I'm still not sure where I stand with fantasy as a genre. I like "The Hobbit" but I think that's because I've been told it's a classic and I read it when I was young so the whole fantasy world was more believable to me then. I was always afraid of being the girl who couldn't stop reading fantasy and from that couldn't function in reality. "The Golden Compass" was a little too fictional for me. I truly tried to become involved in Lyra's world... and I know that in each fantasy book there is an entire world to first learn and then become enthralled in. The subject of "dust" and people's souls was just too strange. There was nothing that I really grew attached to.
"Anansi Boys", however was very fluid in the way it was written and much like a sitcom. I really appreciate horror so I was instantly hooked when the gore part of the book was introduced. In order to understand the fantasy part of the characters I had to first learn the characters as they were in the "real" world. I enjoyed that Gaiman made a sort of puzzle for me- I had to first understand the story of Fat Charley and then with that I could piece together why Charlie became Fat Charlie and why everyone had their quirks. Not to mention that Gaiman had me hating Spider and then somewhat past the middle of the book I began to like him. Once Spider lost his arrogant God-like behaviors and started to show a conscience he was more human and he evolved from that point on into a person more like Charlie. He eventually became like Fat Charley in the way that he worried and finally felt embarrassment. I suppose that's what I found to be most endearing from the book was that the main character was not a superman type of guy but he actually had faults and was ashamed of them. The fact that when Fat Charlie became Charlie he did not want Spider to be apart of him but remain his brother actually astonished me. I was completely ready for him to be whole again- since Spider was actually just a part of Charlie and happened to be the more adventurous part. It was nice to see Charlie becoming the hero the hard way... as in he had to learn to deal with his faults. In a way this story reminded me of the Jungle Book from the way that all of the animal gods possessed a certain personality.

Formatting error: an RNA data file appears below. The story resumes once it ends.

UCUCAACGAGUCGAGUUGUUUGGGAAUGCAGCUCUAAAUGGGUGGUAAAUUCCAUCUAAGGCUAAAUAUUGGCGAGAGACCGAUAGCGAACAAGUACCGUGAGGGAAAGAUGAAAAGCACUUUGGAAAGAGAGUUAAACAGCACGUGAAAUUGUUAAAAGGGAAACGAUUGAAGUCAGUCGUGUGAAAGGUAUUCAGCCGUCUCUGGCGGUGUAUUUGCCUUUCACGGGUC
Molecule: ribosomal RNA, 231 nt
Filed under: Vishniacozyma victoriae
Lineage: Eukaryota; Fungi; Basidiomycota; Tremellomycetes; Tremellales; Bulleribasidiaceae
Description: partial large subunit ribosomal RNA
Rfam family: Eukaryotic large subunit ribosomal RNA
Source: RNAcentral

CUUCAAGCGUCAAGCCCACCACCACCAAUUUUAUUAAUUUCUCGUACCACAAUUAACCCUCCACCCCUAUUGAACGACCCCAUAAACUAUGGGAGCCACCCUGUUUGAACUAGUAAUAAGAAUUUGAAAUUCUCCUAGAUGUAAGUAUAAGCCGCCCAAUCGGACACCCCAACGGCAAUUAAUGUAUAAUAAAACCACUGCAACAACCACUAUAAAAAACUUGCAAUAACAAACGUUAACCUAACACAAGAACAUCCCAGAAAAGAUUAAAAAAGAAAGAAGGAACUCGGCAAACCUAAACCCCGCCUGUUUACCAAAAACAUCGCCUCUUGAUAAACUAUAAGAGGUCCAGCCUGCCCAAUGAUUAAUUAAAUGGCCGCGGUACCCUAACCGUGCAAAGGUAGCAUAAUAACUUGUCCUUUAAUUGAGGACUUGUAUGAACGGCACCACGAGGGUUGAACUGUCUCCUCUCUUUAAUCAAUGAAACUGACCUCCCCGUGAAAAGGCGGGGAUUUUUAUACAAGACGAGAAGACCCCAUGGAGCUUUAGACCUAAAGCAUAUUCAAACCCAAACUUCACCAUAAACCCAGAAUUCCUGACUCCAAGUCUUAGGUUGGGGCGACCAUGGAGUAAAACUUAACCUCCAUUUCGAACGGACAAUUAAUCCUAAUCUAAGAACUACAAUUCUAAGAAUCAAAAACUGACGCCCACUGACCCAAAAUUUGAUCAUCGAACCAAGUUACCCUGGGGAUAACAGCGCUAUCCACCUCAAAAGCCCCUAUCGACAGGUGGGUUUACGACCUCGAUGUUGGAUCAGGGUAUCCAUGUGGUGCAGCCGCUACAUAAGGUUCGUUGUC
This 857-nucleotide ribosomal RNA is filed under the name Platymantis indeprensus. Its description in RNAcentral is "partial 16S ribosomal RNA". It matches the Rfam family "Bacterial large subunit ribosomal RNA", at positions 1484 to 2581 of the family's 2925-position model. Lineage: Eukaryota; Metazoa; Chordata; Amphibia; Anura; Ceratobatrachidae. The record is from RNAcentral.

Last class I was almost done reading "Anansi Boys" and I thought I had everything figured out... at least aesthetically. Then when I looked back on what I read every character was rendered black! I couldn't believe it... I suppose it makes sense considering the stories came from Africa and in the stories were the characters. I also didn't factor in that Rosie and Daisy and practically everyone else.. including the blonde Maeve originated from some exotic place. The dialect from the old women in Florida did not seem completely Floridian- and I know since I grew up in central Florida... on the third largest dead lake in Florida. The english seemed broken and rough so I suppose they were of African descent as well. I think that's the only thing that tricked me! I think it's safe to say that I'm going to be a Gaiman follower from now on.